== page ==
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Physician Debt and Net Worth Report 2016

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Physician Debt and Net Worth Report 2016



According to the Association of American Medical Colleges, the median level of medical school debt for the class of 2015 was $183,000. For physicians who pay over the long term with interest, total cost of that debt can be over $400,000. One third of emergency medicine and family physicians are still paying off school loans. Those least saddled with such debts are gastroenterologists and rheumatologists (both at 16%). It is not known why some specialists are more able to pay medical school debts. Although family physicians are toward the bottom in earnings, there is no obvious relationship between school debt and earnings among other physician groups.

The Physician or Doctor Loan

A conventional loan is a mortgage that is not guaranteed or insured by any government agency, including the Federal Housing Administration (FHA), and the Department of Veterans Affairs (VA). It is typically fixed in its terms and rate. They follow fairly conservative guidelines for:

  • Borrower credit scores.

  • Minimum down payments.

  • Debt-to-income ratios.

Most of the new residents or fellows have large outstanding student loans (shown above) which are counted while calculating the debt-to-income ratios even if these loans are deferred, they usually do not qualify for conventional loans.

In addition, since they have very little money saved up for down payment (usually 10-20%), getting conventional loans becomes even harder.

A few years ago, some banks realized that although some physicians (residents, fellows, attending) do not have large current incomes, their income jumps significantly once they graduate and start working. In addition, the chances of them defaulting are very low (0.2%-much lower than a standard borrower) and they’ll soon need someplace to do their banking and investing too. As a reference, every year 18,000 new doctors graduate from medical school and about the same number graduate from residency. So banks started offering “portfolio loan” products to physicians with some great benefits like up to 100% financing with very low down payment requirements. And that started a new chapter in the saga of physician or doctor loans. Bank of America was a pioneer in this space and today a number of banks offer doctor loans or physician loans.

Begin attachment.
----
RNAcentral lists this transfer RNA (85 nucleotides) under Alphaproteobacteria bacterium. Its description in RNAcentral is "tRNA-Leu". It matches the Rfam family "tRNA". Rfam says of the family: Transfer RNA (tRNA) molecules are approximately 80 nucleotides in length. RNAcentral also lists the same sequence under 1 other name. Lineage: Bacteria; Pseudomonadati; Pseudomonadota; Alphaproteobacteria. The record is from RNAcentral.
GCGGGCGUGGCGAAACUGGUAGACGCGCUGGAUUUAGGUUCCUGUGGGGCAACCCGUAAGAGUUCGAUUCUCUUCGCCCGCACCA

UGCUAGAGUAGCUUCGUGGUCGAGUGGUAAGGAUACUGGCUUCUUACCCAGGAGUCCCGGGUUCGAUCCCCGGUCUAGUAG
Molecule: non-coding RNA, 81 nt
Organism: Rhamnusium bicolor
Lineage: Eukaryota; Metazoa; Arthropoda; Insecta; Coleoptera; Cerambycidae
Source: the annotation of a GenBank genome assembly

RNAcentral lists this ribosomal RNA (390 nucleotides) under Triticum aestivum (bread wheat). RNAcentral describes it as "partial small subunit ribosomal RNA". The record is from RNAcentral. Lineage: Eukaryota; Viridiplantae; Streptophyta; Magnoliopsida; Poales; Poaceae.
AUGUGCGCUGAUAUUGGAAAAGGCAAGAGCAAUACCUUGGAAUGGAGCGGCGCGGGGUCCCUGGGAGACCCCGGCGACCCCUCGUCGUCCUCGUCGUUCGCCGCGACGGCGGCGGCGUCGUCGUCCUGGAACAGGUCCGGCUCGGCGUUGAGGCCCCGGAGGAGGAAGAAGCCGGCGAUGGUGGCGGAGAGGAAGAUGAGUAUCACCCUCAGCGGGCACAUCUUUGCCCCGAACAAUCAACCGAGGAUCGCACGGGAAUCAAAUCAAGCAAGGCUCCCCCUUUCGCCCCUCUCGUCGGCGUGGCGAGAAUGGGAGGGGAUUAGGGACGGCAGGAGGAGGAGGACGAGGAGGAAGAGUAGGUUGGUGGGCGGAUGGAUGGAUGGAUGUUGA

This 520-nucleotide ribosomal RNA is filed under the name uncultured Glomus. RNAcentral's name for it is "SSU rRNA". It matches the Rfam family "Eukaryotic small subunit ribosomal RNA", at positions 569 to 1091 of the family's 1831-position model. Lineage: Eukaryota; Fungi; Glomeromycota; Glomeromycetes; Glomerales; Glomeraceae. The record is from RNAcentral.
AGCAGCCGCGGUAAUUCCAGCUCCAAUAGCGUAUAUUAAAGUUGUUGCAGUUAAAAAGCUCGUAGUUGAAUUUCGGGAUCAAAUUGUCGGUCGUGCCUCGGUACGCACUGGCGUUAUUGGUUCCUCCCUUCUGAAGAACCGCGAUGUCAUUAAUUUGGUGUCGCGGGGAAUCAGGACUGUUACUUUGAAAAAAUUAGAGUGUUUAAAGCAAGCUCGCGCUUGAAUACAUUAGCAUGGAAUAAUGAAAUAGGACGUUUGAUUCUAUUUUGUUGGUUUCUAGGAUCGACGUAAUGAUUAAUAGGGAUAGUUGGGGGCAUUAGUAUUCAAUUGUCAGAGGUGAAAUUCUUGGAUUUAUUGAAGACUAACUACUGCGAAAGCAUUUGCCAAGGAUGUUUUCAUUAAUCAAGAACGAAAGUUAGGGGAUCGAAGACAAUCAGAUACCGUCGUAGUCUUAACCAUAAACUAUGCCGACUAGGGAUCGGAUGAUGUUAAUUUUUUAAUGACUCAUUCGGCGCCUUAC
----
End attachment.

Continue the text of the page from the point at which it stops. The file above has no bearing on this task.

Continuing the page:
A portfolio loan means that the bank or institution that is making the loan is actually going to keep and service the loan. This enables the bank making and servicing the loan to determine its own underwriting guidelines and risk threshold, resulting in more liberal guidelines for physicians when compared to conventional loans that have to follow FHA guidelines. However, each bank’s guidelines are different so you may not qualify for one but may be a perfect match for another.

For this reason, it is best to work with a mortgage broker that specializes in working with physicians and other healthcare professionals. As a result, he or she will be much more likely to understand the unique situations and circumstances physicians face and help you choose the loan that is right for you.

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